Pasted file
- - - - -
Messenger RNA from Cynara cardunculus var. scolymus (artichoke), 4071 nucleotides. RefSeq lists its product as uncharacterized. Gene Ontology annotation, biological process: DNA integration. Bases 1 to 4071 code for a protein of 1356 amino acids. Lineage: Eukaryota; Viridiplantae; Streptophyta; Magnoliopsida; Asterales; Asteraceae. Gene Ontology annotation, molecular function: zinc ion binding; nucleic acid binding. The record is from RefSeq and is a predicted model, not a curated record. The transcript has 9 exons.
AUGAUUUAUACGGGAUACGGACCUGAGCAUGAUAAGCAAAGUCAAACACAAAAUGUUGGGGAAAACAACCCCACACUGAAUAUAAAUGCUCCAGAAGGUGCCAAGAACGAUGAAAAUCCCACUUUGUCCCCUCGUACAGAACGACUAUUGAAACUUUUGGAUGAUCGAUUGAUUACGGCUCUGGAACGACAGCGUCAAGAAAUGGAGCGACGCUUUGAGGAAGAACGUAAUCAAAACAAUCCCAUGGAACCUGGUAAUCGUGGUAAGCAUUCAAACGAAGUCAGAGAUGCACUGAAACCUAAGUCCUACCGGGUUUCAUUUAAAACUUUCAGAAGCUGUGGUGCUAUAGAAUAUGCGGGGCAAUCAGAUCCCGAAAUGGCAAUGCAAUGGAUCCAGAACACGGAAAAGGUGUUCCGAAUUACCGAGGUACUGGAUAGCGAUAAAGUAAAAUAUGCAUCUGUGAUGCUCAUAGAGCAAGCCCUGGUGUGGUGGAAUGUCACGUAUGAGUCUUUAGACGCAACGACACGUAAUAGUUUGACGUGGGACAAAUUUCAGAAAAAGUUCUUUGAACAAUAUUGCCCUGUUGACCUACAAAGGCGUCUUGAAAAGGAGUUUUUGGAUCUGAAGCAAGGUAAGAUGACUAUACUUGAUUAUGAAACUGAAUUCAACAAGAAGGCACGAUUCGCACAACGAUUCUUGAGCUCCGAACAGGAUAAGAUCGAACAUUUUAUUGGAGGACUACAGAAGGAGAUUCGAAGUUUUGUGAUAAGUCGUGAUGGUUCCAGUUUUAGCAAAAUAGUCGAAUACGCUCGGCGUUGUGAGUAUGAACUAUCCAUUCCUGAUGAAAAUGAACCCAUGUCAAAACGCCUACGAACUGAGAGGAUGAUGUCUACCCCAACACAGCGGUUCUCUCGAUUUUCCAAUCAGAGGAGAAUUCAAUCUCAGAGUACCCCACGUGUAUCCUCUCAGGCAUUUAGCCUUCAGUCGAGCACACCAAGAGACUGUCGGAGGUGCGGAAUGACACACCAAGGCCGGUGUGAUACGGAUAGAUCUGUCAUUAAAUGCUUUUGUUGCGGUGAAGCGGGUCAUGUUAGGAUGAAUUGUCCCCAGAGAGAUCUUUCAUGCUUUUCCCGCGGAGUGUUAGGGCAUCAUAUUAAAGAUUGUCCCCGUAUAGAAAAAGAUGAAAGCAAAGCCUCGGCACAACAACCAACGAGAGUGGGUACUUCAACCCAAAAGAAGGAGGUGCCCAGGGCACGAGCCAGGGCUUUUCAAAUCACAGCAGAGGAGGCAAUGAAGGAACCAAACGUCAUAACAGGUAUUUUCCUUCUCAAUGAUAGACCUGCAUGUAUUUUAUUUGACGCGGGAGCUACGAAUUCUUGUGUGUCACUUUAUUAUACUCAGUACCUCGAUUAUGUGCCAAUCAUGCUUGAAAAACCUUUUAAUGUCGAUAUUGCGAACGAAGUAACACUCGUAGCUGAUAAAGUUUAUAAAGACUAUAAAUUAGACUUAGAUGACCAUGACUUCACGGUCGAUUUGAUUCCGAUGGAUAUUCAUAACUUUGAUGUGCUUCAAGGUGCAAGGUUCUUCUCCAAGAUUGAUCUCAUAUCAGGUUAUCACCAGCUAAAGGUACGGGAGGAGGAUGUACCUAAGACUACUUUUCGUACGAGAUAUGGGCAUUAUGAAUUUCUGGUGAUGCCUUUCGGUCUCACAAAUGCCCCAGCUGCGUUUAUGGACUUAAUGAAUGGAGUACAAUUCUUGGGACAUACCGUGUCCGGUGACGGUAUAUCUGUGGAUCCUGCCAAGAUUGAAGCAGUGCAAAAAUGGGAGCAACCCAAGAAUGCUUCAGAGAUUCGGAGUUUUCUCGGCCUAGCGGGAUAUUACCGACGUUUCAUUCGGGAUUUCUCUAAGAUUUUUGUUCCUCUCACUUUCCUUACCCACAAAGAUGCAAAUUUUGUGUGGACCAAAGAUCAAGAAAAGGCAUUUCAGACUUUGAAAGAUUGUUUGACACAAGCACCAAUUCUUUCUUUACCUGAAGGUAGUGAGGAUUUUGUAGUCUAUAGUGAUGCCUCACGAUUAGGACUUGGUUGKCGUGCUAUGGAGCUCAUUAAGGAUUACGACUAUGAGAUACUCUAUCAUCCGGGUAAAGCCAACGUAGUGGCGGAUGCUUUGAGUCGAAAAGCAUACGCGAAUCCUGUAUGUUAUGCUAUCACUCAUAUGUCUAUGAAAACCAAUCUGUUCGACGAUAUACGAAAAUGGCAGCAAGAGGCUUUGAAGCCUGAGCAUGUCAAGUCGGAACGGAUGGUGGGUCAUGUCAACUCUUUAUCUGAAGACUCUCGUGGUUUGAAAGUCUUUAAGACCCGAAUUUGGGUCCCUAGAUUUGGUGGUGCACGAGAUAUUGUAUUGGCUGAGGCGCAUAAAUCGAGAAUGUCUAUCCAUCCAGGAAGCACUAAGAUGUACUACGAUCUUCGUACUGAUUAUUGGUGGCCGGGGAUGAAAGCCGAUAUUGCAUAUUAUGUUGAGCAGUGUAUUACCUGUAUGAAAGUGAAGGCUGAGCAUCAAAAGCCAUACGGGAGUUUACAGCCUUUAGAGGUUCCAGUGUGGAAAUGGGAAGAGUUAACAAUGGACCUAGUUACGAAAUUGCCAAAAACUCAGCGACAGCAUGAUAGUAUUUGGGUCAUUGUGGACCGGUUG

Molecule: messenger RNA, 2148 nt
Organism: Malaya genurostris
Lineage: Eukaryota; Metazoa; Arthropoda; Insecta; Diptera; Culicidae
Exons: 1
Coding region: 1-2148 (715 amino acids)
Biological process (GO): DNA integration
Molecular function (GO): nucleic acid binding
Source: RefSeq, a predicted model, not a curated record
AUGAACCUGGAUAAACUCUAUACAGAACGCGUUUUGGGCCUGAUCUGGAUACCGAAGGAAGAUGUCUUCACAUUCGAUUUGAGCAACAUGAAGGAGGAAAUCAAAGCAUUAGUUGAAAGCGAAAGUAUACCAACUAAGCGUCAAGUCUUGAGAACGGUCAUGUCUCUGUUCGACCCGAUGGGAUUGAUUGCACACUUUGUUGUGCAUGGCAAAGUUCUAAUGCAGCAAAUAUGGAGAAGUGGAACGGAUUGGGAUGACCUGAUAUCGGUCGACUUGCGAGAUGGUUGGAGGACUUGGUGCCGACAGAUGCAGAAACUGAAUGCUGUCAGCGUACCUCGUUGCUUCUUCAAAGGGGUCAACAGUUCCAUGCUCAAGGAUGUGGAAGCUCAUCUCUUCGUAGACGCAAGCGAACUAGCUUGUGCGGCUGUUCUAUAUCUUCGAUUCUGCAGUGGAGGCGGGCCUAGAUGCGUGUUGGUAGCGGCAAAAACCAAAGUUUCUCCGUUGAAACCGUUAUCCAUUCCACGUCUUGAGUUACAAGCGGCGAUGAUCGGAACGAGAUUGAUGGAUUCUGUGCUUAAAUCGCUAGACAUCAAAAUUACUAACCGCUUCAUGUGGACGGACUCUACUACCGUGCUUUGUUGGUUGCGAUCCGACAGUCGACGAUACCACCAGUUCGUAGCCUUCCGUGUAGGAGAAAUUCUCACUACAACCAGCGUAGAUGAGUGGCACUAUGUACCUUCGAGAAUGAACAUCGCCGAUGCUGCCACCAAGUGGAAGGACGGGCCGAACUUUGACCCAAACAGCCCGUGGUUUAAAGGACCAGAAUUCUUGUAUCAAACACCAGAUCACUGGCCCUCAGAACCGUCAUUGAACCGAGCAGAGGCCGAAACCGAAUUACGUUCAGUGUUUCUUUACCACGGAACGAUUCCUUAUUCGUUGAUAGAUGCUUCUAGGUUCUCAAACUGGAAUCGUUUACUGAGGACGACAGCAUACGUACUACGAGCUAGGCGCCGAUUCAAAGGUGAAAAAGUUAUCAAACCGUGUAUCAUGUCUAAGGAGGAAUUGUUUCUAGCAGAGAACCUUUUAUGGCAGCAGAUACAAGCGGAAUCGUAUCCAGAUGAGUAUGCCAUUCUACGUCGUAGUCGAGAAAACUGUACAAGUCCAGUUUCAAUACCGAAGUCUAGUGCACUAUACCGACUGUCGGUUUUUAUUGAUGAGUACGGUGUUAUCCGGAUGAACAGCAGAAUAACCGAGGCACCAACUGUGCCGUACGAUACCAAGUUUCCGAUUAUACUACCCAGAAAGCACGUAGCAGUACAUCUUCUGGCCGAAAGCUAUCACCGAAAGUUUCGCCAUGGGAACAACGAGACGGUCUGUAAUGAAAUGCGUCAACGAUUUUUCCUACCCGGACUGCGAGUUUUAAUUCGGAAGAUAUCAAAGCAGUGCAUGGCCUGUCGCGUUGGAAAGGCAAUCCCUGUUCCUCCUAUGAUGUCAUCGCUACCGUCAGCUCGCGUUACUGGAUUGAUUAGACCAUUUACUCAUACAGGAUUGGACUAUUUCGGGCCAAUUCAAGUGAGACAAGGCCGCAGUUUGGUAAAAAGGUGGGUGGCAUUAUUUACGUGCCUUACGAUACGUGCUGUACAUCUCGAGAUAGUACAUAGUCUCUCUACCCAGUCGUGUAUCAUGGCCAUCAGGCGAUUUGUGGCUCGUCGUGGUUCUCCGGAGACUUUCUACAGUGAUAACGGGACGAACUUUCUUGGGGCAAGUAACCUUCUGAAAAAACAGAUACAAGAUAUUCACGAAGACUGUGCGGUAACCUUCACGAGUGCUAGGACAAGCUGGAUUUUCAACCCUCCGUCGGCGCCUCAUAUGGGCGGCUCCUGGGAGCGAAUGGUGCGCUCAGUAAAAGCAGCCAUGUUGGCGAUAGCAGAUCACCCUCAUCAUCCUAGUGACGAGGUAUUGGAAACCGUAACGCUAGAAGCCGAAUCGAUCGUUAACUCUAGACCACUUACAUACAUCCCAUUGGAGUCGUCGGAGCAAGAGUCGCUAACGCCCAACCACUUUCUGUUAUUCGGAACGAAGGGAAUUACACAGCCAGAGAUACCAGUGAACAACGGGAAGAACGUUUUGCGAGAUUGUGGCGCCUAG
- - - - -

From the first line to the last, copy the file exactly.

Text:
Messenger RNA from Cynara cardunculus var. scolymus (artichoke), 4071 nucleotides. RefSeq lists its product as uncharacterized. Gene Ontology annotation, biological process: DNA integration. Bases 1 to 4071 code for a protein of 1356 amino acids. Lineage: Eukaryota; Viridiplantae; Streptophyta; Magnoliopsida; Asterales; Asteraceae. Gene Ontology annotation, molecular function: zinc ion binding; nucleic acid binding. The record is from RefSeq and is a predicted model, not a curated record. The transcript has 9 exons.
AUGAUUUAUACGGGAUACGGACCUGAGCAUGAUAAGCAAAGUCAAACACAAAAUGUUGGGGAAAACAACCCCACACUGAAUAUAAAUGCUCCAGAAGGUGCCAAGAACGAUGAAAAUCCCACUUUGUCCCCUCGUACAGAACGACUAUUGAAACUUUUGGAUGAUCGAUUGAUUACGGCUCUGGAACGACAGCGUCAAGAAAUGGAGCGACGCUUUGAGGAAGAACGUAAUCAAAACAAUCCCAUGGAACCUGGUAAUCGUGGUAAGCAUUCAAACGAAGUCAGAGAUGCACUGAAACCUAAGUCCUACCGGGUUUCAUUUAAAACUUUCAGAAGCUGUGGUGCUAUAGAAUAUGCGGGGCAAUCAGAUCCCGAAAUGGCAAUGCAAUGGAUCCAGAACACGGAAAAGGUGUUCCGAAUUACCGAGGUACUGGAUAGCGAUAAAGUAAAAUAUGCAUCUGUGAUGCUCAUAGAGCAAGCCCUGGUGUGGUGGAAUGUCACGUAUGAGUCUUUAGACGCAACGACACGUAAUAGUUUGACGUGGGACAAAUUUCAGAAAAAGUUCUUUGAACAAUAUUGCCCUGUUGACCUACAAAGGCGUCUUGAAAAGGAGUUUUUGGAUCUGAAGCAAGGUAAGAUGACUAUACUUGAUUAUGAAACUGAAUUCAACAAGAAGGCACGAUUCGCACAACGAUUCUUGAGCUCCGAACAGGAUAAGAUCGAACAUUUUAUUGGAGGACUACAGAAGGAGAUUCGAAGUUUUGUGAUAAGUCGUGAUGGUUCCAGUUUUAGCAAAAUAGUCGAAUACGCUCGGCGUUGUGAGUAUGAACUAUCCAUUCCUGAUGAAAAUGAACCCAUGUCAAAACGCCUACGAACUGAGAGGAUGAUGUCUACCCCAACACAGCGGUUCUCUCGAUUUUCCAAUCAGAGGAGAAUUCAAUCUCAGAGUACCCCACGUGUAUCCUCUCAGGCAUUUAGCCUUCAGUCGAGCACACCAAGAGACUGUCGGAGGUGCGGAAUGACACACCAAGGCCGGUGUGAUACGGAUAGAUCUGUCAUUAAAUGCUUUUGUUGCGGUGAAGCGGGUCAUGUUAGGAUGAAUUGUCCCCAGAGAGAUCUUUCAUGCUUUUCCCGCGGAGUGUUAGGGCAUCAUAUUAAAGAUUGUCCCCGUAUAGAAAAAGAUGAAAGCAAAGCCUCGGCACAACAACCAACGAGAGUGGGUACUUCAACCCAAAAGAAGGAGGUGCCCAGGGCACGAGCCAGGGCUUUUCAAAUCACAGCAGAGGAGGCAAUGAAGGAACCAAACGUCAUAACAGGUAUUUUCCUUCUCAAUGAUAGACCUGCAUGUAUUUUAUUUGACGCGGGAGCUACGAAUUCUUGUGUGUCACUUUAUUAUACUCAGUACCUCGAUUAUGUGCCAAUCAUGCUUGAAAAACCUUUUAAUGUCGAUAUUGCGAACGAAGUAACACUCGUAGCUGAUAAAGUUUAUAAAGACUAUAAAUUAGACUUAGAUGACCAUGACUUCACGGUCGAUUUGAUUCCGAUGGAUAUUCAUAACUUUGAUGUGCUUCAAGGUGCAAGGUUCUUCUCCAAGAUUGAUCUCAUAUCAGGUUAUCACCAGCUAAAGGUACGGGAGGAGGAUGUACCUAAGACUACUUUUCGUACGAGAUAUGGGCAUUAUGAAUUUCUGGUGAUGCCUUUCGGUCUCACAAAUGCCCCAGCUGCGUUUAUGGACUUAAUGAAUGGAGUACAAUUCUUGGGACAUACCGUGUCCGGUGACGGUAUAUCUGUGGAUCCUGCCAAGAUUGAAGCAGUGCAAAAAUGGGAGCAACCCAAGAAUGCUUCAGAGAUUCGGAGUUUUCUCGGCCUAGCGGGAUAUUACCGACGUUUCAUUCGGGAUUUCUCUAAGAUUUUUGUUCCUCUCACUUUCCUUACCCACAAAGAUGCAAAUUUUGUGUGGACCAAAGAUCAAGAAAAGGCAUUUCAGACUUUGAAAGAUUGUUUGACACAAGCACCAAUUCUUUCUUUACCUGAAGGUAGUGAGGAUUUUGUAGUCUAUAGUGAUGCCUCACGAUUAGGACUUGGUUGKCGUGCUAUGGAGCUCAUUAAGGAUUACGACUAUGAGAUACUCUAUCAUCCGGGUAAAGCCAACGUAGUGGCGGAUGCUUUGAGUCGAAAAGCAUACGCGAAUCCUGUAUGUUAUGCUAUCACUCAUAUGUCUAUGAAAACCAAUCUGUUCGACGAUAUACGAAAAUGGCAGCAAGAGGCUUUGAAGCCUGAGCAUGUCAAGUCGGAACGGAUGGUGGGUCAUGUCAACUCUUUAUCUGAAGACUCUCGUGGUUUGAAAGUCUUUAAGACCCGAAUUUGGGUCCCUAGAUUUGGUGGUGCACGAGAUAUUGUAUUGGCUGAGGCGCAUAAAUCGAGAAUGUCUAUCCAUCCAGGAAGCACUAAGAUGUACUACGAUCUUCGUACUGAUUAUUGGUGGCCGGGGAUGAAAGCCGAUAUUGCAUAUUAUGUUGAGCAGUGUAUUACCUGUAUGAAAGUGAAGGCUGAGCAUCAAAAGCCAUACGGGAGUUUACAGCCUUUAGAGGUUCCAGUGUGGAAAUGGGAAGAGUUAACAAUGGACCUAGUUACGAAAUUGCCAAAAACUCAGCGACAGCAUGAUAGUAUUUGGGUCAUUGUGGACCGGUUG

Molecule: messenger RNA, 2148 nt
Organism: Malaya genurostris
Lineage: Eukaryota; Metazoa; Arthropoda; Insecta; Diptera; Culicidae
Exons: 1
Coding region: 1-2148 (715 amino acids)
Biological process (GO): DNA integration
Molecular function (GO): nucleic acid binding
Source: RefSeq, a predicted model, not a curated record
AUGAACCUGGAUAAACUCUAUACAGAACGCGUUUUGGGCCUGAUCUGGAUACCGAAGGAAGAUGUCUUCACAUUCGAUUUGAGCAACAUGAAGGAGGAAAUCAAAGCAUUAGUUGAAAGCGAAAGUAUACCAACUAAGCGUCAAGUCUUGAGAACGGUCAUGUCUCUGUUCGACCCGAUGGGAUUGAUUGCACACUUUGUUGUGCAUGGCAAAGUUCUAAUGCAGCAAAUAUGGAGAAGUGGAACGGAUUGGGAUGACCUGAUAUCGGUCGACUUGCGAGAUGGUUGGAGGACUUGGUGCCGACAGAUGCAGAAACUGAAUGCUGUCAGCGUACCUCGUUGCUUCUUCAAAGGGGUCAACAGUUCCAUGCUCAAGGAUGUGGAAGCUCAUCUCUUCGUAGACGCAAGCGAACUAGCUUGUGCGGCUGUUCUAUAUCUUCGAUUCUGCAGUGGAGGCGGGCCUAGAUGCGUGUUGGUAGCGGCAAAAACCAAAGUUUCUCCGUUGAAACCGUUAUCCAUUCCACGUCUUGAGUUACAAGCGGCGAUGAUCGGAACGAGAUUGAUGGAUUCUGUGCUUAAAUCGCUAGACAUCAAAAUUACUAACCGCUUCAUGUGGACGGACUCUACUACCGUGCUUUGUUGGUUGCGAUCCGACAGUCGACGAUACCACCAGUUCGUAGCCUUCCGUGUAGGAGAAAUUCUCACUACAACCAGCGUAGAUGAGUGGCACUAUGUACCUUCGAGAAUGAACAUCGCCGAUGCUGCCACCAAGUGGAAGGACGGGCCGAACUUUGACCCAAACAGCCCGUGGUUUAAAGGACCAGAAUUCUUGUAUCAAACACCAGAUCACUGGCCCUCAGAACCGUCAUUGAACCGAGCAGAGGCCGAAACCGAAUUACGUUCAGUGUUUCUUUACCACGGAACGAUUCCUUAUUCGUUGAUAGAUGCUUCUAGGUUCUCAAACUGGAAUCGUUUACUGAGGACGACAGCAUACGUACUACGAGCUAGGCGCCGAUUCAAAGGUGAAAAAGUUAUCAAACCGUGUAUCAUGUCUAAGGAGGAAUUGUUUCUAGCAGAGAACCUUUUAUGGCAGCAGAUACAAGCGGAAUCGUAUCCAGAUGAGUAUGCCAUUCUACGUCGUAGUCGAGAAAACUGUACAAGUCCAGUUUCAAUACCGAAGUCUAGUGCACUAUACCGACUGUCGGUUUUUAUUGAUGAGUACGGUGUUAUCCGGAUGAACAGCAGAAUAACCGAGGCACCAACUGUGCCGUACGAUACCAAGUUUCCGAUUAUACUACCCAGAAAGCACGUAGCAGUACAUCUUCUGGCCGAAAGCUAUCACCGAAAGUUUCGCCAUGGGAACAACGAGACGGUCUGUAAUGAAAUGCGUCAACGAUUUUUCCUACCCGGACUGCGAGUUUUAAUUCGGAAGAUAUCAAAGCAGUGCAUGGCCUGUCGCGUUGGAAAGGCAAUCCCUGUUCCUCCUAUGAUGUCAUCGCUACCGUCAGCUCGCGUUACUGGAUUGAUUAGACCAUUUACUCAUACAGGAUUGGACUAUUUCGGGCCAAUUCAAGUGAGACAAGGCCGCAGUUUGGUAAAAAGGUGGGUGGCAUUAUUUACGUGCCUUACGAUACGUGCUGUACAUCUCGAGAUAGUACAUAGUCUCUCUACCCAGUCGUGUAUCAUGGCCAUCAGGCGAUUUGUGGCUCGUCGUGGUUCUCCGGAGACUUUCUACAGUGAUAACGGGACGAACUUUCUUGGGGCAAGUAACCUUCUGAAAAAACAGAUACAAGAUAUUCACGAAGACUGUGCGGUAACCUUCACGAGUGCUAGGACAAGCUGGAUUUUCAACCCUCCGUCGGCGCCUCAUAUGGGCGGCUCCUGGGAGCGAAUGGUGCGCUCAGUAAAAGCAGCCAUGUUGGCGAUAGCAGAUCACCCUCAUCAUCCUAGUGACGAGGUAUUGGAAACCGUAACGCUAGAAGCCGAAUCGAUCGUUAACUCUAGACCACUUACAUACAUCCCAUUGGAGUCGUCGGAGCAAGAGUCGCUAACGCCCAACCACUUUCUGUUAUUCGGAACGAAGGGAAUUACACAGCCAGAGAUACCAGUGAACAACGGGAAGAACGUUUUGCGAGAUUGUGGCGCCUAG